The latest Hong Kong protest wave has already lasted more than twice as long as the Umbrella Movement and more than four times as long as the Tiananmen struggle. A higher percentage of Hong Kong residents have participated than in any previous local movement. Some claim that, while very different than the Tiananmen struggle, Hong Kong’s current movement has proved to be a match for that historic upheaval in terms of significance. I would go further and claim that, in some key regards for historians, Hong Kong’s 2019 could end up more significant than China’s 1989.
I say significant despite being aware of three points: As in 2014, the Hong Kong movement has not spread to mainland cities or even neighboring Macau. There has been no single act of repression comparable to the June 4th massacre. And while producing many memorable still shots and videos, there is no iconic, globally recognized image that evokes 2019 in the way that the Tank Man photograph does 1989.
Despite this, the latest Hong Kong events have been remarkable. It has surpassed the Umbrella Movement in terms of duration and geographical scope and protests with broad participation taking place in nearly every part of Hong Kong. China has never seen a year when crowds hundreds of thousands strong filled the streets in three seasons, but this happened in Hong Kong last year with Sunday marches that big taking place in late spring (June 9 and 16), late summer (August 18) and late fall (December 18).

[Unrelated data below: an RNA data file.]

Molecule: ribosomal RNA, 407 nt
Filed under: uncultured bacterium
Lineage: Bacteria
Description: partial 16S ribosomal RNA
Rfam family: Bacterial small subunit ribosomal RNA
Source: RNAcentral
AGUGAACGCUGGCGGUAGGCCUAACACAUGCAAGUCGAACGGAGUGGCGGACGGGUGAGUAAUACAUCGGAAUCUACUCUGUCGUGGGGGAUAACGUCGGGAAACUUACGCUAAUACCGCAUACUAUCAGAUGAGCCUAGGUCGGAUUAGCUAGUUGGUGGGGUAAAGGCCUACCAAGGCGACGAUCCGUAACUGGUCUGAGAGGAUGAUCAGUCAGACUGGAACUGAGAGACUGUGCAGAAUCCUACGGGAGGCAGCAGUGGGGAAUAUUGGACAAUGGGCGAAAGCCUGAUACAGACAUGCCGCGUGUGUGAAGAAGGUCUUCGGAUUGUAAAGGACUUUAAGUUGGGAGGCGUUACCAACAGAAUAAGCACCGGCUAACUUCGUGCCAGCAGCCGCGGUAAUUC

Numbers are not key. Adding up the biggest protests in multiple PRC cities in 1989 would produce a high total. Nor is it even a matter of numbers plus duration.
In claiming Hong Kong’s 2019 is more than a match for China’s 1989, I consider less tangible factors, most notably how these PRC upheavals of different years have influenced distant places and contributed to the global repertoire of protest tactics, symbols and strategies.
One special feature of Hong Kong’s 2019 is the diffusion of its influence beyond the PRC’s borders. Tiananmen’s impact was largely limited to two types of places, those under Communist Party rule or those in nearby locales, and 1989 is remembered now as a year of the protester almost exclusively because of events in Eurasia and upheaval in East Germany that led to the Berlin Wall falling that November.